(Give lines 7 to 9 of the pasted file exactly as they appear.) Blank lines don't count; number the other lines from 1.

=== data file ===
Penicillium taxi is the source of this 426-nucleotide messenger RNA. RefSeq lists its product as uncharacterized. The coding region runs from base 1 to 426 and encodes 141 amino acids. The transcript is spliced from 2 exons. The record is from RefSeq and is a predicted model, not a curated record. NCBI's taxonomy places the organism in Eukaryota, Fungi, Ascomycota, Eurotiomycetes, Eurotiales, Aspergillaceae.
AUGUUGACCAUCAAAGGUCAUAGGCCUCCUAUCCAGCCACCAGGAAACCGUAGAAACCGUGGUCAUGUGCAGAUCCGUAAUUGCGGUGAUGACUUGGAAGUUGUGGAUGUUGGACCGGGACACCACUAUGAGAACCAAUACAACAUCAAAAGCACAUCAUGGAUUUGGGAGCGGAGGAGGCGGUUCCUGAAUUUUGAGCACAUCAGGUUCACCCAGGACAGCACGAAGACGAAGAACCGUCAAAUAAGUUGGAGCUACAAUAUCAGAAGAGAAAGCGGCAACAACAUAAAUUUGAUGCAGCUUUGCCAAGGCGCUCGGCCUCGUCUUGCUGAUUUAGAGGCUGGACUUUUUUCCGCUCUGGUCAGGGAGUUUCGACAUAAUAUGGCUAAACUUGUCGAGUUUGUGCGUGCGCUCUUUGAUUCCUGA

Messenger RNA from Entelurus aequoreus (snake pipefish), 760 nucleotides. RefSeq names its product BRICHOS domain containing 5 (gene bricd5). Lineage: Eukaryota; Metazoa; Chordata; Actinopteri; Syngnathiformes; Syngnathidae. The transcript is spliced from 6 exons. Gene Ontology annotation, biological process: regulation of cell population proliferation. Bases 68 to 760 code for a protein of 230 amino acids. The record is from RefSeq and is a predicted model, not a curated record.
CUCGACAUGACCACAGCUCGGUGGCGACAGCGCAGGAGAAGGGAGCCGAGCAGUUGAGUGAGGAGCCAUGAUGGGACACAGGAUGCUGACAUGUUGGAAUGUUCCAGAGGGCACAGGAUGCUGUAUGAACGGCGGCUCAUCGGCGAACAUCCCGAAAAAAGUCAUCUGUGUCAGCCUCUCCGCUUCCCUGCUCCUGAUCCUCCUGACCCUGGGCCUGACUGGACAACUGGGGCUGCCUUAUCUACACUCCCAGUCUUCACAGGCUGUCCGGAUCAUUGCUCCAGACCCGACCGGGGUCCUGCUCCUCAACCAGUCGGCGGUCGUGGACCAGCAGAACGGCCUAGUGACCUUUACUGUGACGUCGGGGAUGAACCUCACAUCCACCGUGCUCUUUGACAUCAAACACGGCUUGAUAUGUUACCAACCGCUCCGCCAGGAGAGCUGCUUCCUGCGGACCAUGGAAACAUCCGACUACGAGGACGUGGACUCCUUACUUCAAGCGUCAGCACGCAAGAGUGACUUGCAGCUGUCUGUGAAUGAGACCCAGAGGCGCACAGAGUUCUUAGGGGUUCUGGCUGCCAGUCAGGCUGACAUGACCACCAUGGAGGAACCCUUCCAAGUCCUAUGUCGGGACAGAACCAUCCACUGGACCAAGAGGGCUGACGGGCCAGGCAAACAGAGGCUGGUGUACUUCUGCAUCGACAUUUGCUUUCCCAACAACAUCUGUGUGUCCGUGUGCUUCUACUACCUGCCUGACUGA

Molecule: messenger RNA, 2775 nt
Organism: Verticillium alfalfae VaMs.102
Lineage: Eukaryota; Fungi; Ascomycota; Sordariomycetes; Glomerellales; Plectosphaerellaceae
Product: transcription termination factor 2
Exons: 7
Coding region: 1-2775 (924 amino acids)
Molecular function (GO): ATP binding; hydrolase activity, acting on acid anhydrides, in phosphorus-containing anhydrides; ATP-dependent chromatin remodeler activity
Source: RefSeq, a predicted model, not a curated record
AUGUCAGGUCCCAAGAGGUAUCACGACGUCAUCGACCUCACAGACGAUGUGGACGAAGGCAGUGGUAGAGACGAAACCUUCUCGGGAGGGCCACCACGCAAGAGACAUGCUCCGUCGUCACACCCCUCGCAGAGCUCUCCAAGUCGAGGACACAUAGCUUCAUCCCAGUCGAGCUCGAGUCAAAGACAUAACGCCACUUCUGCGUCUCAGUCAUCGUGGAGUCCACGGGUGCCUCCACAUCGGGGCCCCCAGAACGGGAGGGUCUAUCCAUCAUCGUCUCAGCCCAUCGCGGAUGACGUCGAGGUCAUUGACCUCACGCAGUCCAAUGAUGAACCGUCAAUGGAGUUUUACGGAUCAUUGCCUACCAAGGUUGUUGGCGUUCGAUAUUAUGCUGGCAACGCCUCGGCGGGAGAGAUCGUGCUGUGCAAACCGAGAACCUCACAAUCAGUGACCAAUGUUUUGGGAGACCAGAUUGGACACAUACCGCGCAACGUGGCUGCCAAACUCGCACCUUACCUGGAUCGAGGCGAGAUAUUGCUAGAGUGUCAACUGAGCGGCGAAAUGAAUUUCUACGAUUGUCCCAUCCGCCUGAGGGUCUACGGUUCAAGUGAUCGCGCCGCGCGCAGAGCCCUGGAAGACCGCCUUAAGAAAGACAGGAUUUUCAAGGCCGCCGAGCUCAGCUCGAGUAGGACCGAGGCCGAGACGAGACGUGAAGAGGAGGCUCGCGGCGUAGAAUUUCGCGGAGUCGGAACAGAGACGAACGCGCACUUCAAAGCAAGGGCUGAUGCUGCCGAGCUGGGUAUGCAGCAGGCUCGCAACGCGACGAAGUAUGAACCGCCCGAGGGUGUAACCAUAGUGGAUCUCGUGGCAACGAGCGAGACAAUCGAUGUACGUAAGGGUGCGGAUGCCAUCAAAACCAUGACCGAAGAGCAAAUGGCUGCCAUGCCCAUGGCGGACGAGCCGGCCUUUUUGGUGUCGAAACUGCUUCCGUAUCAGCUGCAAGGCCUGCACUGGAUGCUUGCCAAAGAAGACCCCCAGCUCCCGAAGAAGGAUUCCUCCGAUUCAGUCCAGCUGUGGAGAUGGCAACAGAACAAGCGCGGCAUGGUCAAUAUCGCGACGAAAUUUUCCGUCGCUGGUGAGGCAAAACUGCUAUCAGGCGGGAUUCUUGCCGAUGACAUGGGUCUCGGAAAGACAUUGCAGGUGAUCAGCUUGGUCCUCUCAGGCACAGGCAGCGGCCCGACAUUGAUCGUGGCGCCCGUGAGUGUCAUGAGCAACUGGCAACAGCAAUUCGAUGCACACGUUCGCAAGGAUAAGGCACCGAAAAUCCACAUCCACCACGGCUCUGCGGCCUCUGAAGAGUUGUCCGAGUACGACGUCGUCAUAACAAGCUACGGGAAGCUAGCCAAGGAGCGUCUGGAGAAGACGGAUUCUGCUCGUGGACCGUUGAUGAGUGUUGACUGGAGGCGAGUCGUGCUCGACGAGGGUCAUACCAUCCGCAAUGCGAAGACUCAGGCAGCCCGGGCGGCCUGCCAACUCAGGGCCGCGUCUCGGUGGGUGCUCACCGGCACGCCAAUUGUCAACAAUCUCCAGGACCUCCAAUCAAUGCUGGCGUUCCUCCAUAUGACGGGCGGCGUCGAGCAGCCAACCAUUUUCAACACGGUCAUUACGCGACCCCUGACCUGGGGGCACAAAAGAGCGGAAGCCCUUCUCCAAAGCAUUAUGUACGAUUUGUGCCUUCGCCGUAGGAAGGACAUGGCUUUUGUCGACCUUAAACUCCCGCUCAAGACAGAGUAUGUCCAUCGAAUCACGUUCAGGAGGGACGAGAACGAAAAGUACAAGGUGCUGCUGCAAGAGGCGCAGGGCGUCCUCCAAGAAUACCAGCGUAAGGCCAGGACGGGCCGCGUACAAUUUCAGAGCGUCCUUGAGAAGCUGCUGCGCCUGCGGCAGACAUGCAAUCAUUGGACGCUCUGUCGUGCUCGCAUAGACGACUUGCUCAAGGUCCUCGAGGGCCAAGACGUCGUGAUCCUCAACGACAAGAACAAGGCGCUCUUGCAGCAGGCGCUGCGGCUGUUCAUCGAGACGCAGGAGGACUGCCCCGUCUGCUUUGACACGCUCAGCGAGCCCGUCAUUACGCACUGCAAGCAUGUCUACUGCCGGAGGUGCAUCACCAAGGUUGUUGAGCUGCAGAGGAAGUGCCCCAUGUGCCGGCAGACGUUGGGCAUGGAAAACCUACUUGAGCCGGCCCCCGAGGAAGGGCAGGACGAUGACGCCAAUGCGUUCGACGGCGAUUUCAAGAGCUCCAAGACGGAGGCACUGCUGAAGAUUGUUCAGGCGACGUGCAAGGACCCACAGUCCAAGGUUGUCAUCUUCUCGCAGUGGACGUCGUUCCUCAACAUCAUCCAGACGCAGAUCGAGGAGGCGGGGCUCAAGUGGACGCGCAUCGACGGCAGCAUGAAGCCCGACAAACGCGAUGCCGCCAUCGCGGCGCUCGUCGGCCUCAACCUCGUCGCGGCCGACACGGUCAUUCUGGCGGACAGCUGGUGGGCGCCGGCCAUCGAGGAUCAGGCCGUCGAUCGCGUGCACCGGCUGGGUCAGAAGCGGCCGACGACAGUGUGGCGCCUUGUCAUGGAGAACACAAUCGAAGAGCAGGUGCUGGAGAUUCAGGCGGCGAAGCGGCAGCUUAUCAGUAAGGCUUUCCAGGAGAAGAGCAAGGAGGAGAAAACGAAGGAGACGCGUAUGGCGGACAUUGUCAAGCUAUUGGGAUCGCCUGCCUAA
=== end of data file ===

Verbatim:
Lineage: Eukaryota; Fungi; Ascomycota; Sordariomycetes; Glomerellales; Plectosphaerellaceae
Product: transcription termination factor 2
Exons: 7